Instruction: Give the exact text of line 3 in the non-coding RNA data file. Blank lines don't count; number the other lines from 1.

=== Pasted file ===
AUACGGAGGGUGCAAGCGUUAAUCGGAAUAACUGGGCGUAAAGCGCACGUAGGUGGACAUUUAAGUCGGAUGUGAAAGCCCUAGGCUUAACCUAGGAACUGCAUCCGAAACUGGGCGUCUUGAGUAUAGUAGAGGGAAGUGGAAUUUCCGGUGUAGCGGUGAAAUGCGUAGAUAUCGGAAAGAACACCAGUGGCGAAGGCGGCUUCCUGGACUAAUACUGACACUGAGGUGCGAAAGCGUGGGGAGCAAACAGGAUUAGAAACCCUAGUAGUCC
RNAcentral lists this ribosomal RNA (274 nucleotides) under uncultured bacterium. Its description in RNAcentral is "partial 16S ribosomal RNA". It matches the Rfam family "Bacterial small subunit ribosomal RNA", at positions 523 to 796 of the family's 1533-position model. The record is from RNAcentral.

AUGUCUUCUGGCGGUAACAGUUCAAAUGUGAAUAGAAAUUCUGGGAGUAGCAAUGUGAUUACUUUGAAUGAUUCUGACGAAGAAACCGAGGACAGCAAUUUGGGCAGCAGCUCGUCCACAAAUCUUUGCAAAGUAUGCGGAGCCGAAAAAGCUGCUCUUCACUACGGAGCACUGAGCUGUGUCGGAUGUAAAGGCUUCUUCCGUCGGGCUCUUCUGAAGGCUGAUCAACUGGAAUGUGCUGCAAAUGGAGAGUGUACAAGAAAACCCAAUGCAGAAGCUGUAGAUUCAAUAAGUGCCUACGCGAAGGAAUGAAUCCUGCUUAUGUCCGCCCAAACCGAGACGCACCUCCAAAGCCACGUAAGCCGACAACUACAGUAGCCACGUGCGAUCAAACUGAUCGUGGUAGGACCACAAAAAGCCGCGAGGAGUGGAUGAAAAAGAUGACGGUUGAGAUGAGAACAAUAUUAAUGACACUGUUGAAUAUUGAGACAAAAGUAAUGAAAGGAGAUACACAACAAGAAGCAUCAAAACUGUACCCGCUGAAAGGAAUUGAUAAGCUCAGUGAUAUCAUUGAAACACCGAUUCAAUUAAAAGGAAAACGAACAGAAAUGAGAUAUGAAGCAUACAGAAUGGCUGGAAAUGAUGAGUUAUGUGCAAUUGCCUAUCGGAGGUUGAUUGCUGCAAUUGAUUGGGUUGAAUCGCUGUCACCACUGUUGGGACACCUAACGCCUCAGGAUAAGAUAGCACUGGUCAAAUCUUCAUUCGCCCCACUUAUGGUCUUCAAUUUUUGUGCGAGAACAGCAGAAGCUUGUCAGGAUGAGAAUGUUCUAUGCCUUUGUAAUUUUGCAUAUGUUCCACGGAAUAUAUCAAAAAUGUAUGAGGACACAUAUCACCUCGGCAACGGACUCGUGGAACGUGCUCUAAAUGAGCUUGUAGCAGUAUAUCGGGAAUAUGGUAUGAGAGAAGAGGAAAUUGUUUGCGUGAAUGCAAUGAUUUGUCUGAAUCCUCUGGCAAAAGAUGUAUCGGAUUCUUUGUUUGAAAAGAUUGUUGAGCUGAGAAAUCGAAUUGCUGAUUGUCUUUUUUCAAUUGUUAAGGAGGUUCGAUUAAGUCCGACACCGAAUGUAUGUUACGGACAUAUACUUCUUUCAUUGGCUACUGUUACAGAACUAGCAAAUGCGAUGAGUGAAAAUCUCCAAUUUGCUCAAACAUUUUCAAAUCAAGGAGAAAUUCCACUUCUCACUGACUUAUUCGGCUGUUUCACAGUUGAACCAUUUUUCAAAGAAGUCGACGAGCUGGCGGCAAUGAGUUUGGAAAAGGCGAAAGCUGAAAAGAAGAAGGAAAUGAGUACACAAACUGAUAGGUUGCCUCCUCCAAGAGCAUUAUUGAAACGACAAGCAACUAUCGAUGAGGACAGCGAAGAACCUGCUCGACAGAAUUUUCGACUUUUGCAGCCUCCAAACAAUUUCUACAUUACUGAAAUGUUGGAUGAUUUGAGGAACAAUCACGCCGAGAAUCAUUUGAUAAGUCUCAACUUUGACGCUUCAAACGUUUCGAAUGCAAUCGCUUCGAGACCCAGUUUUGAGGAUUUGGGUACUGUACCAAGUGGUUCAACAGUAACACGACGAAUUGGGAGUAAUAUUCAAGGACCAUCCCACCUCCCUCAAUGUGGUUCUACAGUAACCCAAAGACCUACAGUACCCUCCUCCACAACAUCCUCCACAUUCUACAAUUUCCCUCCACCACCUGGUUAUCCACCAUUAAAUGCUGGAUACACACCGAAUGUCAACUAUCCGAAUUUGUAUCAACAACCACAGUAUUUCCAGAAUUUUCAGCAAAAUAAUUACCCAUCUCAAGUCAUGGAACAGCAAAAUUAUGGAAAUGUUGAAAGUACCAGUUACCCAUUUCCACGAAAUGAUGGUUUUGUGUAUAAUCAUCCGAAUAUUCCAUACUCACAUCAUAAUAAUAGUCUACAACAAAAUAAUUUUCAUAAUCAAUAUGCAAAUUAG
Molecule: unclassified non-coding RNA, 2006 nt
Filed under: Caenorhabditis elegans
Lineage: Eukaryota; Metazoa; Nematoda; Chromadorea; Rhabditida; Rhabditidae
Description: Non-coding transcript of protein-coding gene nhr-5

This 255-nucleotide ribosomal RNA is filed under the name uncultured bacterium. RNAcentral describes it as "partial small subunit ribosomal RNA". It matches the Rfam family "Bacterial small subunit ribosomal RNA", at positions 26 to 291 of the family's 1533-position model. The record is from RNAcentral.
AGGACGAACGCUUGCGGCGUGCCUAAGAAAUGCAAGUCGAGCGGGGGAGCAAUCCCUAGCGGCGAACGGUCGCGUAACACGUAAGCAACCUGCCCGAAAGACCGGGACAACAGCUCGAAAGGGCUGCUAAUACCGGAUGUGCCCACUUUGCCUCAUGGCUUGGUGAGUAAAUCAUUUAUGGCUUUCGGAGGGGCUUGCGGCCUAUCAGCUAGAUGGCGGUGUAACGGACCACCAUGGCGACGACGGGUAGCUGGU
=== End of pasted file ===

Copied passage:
AUGUCUUCUGGCGGUAACAGUUCAAAUGUGAAUAGAAAUUCUGGGAGUAGCAAUGUGAUUACUUUGAAUGAUUCUGACGAAGAAACCGAGGACAGCAAUUUGGGCAGCAGCUCGUCCACAAAUCUUUGCAAAGUAUGCGGAGCCGAAAAAGCUGCUCUUCACUACGGAGCACUGAGCUGUGUCGGAUGUAAAGGCUUCUUCCGUCGGGCUCUUCUGAAGGCUGAUCAACUGGAAUGUGCUGCAAAUGGAGAGUGUACAAGAAAACCCAAUGCAGAAGCUGUAGAUUCAAUAAGUGCCUACGCGAAGGAAUGAAUCCUGCUUAUGUCCGCCCAAACCGAGACGCACCUCCAAAGCCACGUAAGCCGACAACUACAGUAGCCACGUGCGAUCAAACUGAUCGUGGUAGGACCACAAAAAGCCGCGAGGAGUGGAUGAAAAAGAUGACGGUUGAGAUGAGAACAAUAUUAAUGACACUGUUGAAUAUUGAGACAAAAGUAAUGAAAGGAGAUACACAACAAGAAGCAUCAAAACUGUACCCGCUGAAAGGAAUUGAUAAGCUCAGUGAUAUCAUUGAAACACCGAUUCAAUUAAAAGGAAAACGAACAGAAAUGAGAUAUGAAGCAUACAGAAUGGCUGGAAAUGAUGAGUUAUGUGCAAUUGCCUAUCGGAGGUUGAUUGCUGCAAUUGAUUGGGUUGAAUCGCUGUCACCACUGUUGGGACACCUAACGCCUCAGGAUAAGAUAGCACUGGUCAAAUCUUCAUUCGCCCCACUUAUGGUCUUCAAUUUUUGUGCGAGAACAGCAGAAGCUUGUCAGGAUGAGAAUGUUCUAUGCCUUUGUAAUUUUGCAUAUGUUCCACGGAAUAUAUCAAAAAUGUAUGAGGACACAUAUCACCUCGGCAACGGACUCGUGGAACGUGCUCUAAAUGAGCUUGUAGCAGUAUAUCGGGAAUAUGGUAUGAGAGAAGAGGAAAUUGUUUGCGUGAAUGCAAUGAUUUGUCUGAAUCCUCUGGCAAAAGAUGUAUCGGAUUCUUUGUUUGAAAAGAUUGUUGAGCUGAGAAAUCGAAUUGCUGAUUGUCUUUUUUCAAUUGUUAAGGAGGUUCGAUUAAGUCCGACACCGAAUGUAUGUUACGGACAUAUACUUCUUUCAUUGGCUACUGUUACAGAACUAGCAAAUGCGAUGAGUGAAAAUCUCCAAUUUGCUCAAACAUUUUCAAAUCAAGGAGAAAUUCCACUUCUCACUGACUUAUUCGGCUGUUUCACAGUUGAACCAUUUUUCAAAGAAGUCGACGAGCUGGCGGCAAUGAGUUUGGAAAAGGCGAAAGCUGAAAAGAAGAAGGAAAUGAGUACACAAACUGAUAGGUUGCCUCCUCCAAGAGCAUUAUUGAAACGACAAGCAACUAUCGAUGAGGACAGCGAAGAACCUGCUCGACAGAAUUUUCGACUUUUGCAGCCUCCAAACAAUUUCUACAUUACUGAAAUGUUGGAUGAUUUGAGGAACAAUCACGCCGAGAAUCAUUUGAUAAGUCUCAACUUUGACGCUUCAAACGUUUCGAAUGCAAUCGCUUCGAGACCCAGUUUUGAGGAUUUGGGUACUGUACCAAGUGGUUCAACAGUAACACGACGAAUUGGGAGUAAUAUUCAAGGACCAUCCCACCUCCCUCAAUGUGGUUCUACAGUAACCCAAAGACCUACAGUACCCUCCUCCACAACAUCCUCCACAUUCUACAAUUUCCCUCCACCACCUGGUUAUCCACCAUUAAAUGCUGGAUACACACCGAAUGUCAACUAUCCGAAUUUGUAUCAACAACCACAGUAUUUCCAGAAUUUUCAGCAAAAUAAUUACCCAUCUCAAGUCAUGGAACAGCAAAAUUAUGGAAAUGUUGAAAGUACCAGUUACCCAUUUCCACGAAAUGAUGGUUUUGUGUAUAAUCAUCCGAAUAUUCCAUACUCACAUCAUAAUAAUAGUCUACAACAAAAUAAUUUUCAUAAUCAAUAUGCAAAUUAG